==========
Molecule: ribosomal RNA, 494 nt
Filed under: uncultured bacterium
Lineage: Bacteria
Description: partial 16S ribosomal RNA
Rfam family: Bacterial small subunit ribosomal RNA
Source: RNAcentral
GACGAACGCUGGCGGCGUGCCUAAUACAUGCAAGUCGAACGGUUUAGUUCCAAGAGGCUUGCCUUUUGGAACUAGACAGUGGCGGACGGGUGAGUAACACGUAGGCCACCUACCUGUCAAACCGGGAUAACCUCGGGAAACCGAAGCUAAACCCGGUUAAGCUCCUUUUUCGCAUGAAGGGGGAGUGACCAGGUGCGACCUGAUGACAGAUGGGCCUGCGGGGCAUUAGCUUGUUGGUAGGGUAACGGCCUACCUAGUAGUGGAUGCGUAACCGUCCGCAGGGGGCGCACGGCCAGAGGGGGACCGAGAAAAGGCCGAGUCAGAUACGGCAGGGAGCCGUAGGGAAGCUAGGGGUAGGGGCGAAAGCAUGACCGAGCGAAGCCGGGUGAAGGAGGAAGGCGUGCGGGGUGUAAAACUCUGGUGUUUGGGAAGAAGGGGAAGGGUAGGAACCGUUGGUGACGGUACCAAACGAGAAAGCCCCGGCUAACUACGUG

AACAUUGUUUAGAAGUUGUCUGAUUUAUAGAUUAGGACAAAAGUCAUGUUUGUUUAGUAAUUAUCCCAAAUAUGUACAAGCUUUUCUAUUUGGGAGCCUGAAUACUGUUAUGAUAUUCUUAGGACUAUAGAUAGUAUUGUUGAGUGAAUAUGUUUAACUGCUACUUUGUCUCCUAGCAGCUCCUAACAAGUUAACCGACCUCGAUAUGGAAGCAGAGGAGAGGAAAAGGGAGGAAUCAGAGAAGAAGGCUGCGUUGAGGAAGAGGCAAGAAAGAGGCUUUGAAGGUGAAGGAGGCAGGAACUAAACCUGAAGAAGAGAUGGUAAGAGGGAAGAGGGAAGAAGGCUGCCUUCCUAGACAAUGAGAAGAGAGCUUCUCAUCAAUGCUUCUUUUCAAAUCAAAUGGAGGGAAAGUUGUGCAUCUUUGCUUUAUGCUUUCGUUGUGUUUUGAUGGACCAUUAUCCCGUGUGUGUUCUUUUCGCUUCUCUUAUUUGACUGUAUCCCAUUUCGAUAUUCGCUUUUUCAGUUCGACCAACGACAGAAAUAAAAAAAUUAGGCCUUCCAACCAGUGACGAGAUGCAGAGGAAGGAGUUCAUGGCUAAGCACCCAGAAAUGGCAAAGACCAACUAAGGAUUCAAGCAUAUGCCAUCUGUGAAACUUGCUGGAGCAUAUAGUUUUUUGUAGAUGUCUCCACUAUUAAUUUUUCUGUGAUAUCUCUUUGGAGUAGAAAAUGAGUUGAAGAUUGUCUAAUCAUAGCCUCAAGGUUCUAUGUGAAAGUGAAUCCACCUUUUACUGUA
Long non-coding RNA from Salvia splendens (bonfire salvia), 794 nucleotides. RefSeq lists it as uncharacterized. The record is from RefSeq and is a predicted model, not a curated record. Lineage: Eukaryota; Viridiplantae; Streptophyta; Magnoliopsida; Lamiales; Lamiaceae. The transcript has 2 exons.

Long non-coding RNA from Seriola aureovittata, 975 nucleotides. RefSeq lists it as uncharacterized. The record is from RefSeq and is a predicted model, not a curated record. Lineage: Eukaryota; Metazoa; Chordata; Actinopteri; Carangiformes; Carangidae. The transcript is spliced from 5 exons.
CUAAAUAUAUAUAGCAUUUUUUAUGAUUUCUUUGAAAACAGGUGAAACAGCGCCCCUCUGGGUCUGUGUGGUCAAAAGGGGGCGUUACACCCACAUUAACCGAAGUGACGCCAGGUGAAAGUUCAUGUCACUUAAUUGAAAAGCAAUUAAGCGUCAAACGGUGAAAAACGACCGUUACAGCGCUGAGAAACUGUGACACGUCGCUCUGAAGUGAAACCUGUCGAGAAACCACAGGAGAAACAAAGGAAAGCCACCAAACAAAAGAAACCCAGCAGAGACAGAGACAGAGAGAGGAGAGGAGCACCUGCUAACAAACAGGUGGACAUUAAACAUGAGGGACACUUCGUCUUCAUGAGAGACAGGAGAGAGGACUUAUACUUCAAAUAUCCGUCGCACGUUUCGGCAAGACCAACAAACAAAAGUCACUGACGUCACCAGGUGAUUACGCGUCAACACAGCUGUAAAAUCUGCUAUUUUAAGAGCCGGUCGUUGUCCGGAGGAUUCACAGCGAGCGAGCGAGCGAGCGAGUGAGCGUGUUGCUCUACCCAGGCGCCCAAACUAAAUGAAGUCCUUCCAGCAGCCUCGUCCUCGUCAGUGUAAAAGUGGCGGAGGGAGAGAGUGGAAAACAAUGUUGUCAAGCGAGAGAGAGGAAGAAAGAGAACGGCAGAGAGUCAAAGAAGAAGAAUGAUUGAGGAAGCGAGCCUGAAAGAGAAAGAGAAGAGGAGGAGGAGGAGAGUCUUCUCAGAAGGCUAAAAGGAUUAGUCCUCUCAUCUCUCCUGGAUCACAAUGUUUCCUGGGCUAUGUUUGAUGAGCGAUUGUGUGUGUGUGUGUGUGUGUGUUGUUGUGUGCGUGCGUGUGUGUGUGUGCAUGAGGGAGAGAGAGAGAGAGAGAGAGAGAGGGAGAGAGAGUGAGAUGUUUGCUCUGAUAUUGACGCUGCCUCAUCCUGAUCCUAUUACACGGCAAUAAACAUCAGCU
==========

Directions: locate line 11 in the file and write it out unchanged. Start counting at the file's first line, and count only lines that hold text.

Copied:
CUAAAUAUAUAUAGCAUUUUUUAUGAUUUCUUUGAAAACAGGUGAAACAGCGCCCCUCUGGGUCUGUGUGGUCAAAAGGGGGCGUUACACCCACAUUAACCGAAGUGACGCCAGGUGAAAGUUCAUGUCACUUAAUUGAAAAGCAAUUAAGCGUCAAACGGUGAAAAACGACCGUUACAGCGCUGAGAAACUGUGACACGUCGCUCUGAAGUGAAACCUGUCGAGAAACCACAGGAGAAACAAAGGAAAGCCACCAAACAAAAGAAACCCAGCAGAGACAGAGACAGAGAGAGGAGAGGAGCACCUGCUAACAAACAGGUGGACAUUAAACAUGAGGGACACUUCGUCUUCAUGAGAGACAGGAGAGAGGACUUAUACUUCAAAUAUCCGUCGCACGUUUCGGCAAGACCAACAAACAAAAGUCACUGACGUCACCAGGUGAUUACGCGUCAACACAGCUGUAAAAUCUGCUAUUUUAAGAGCCGGUCGUUGUCCGGAGGAUUCACAGCGAGCGAGCGAGCGAGCGAGUGAGCGUGUUGCUCUACCCAGGCGCCCAAACUAAAUGAAGUCCUUCCAGCAGCCUCGUCCUCGUCAGUGUAAAAGUGGCGGAGGGAGAGAGUGGAAAACAAUGUUGUCAAGCGAGAGAGAGGAAGAAAGAGAACGGCAGAGAGUCAAAGAAGAAGAAUGAUUGAGGAAGCGAGCCUGAAAGAGAAAGAGAAGAGGAGGAGGAGGAGAGUCUUCUCAGAAGGCUAAAAGGAUUAGUCCUCUCAUCUCUCCUGGAUCACAAUGUUUCCUGGGCUAUGUUUGAUGAGCGAUUGUGUGUGUGUGUGUGUGUGUGUUGUUGUGUGCGUGCGUGUGUGUGUGUGCAUGAGGGAGAGAGAGAGAGAGAGAGAGAGAGGGAGAGAGAGUGAGAUGUUUGCUCUGAUAUUGACGCUGCCUCAUCCUGAUCCUAUUACACGGCAAUAAACAUCAGCU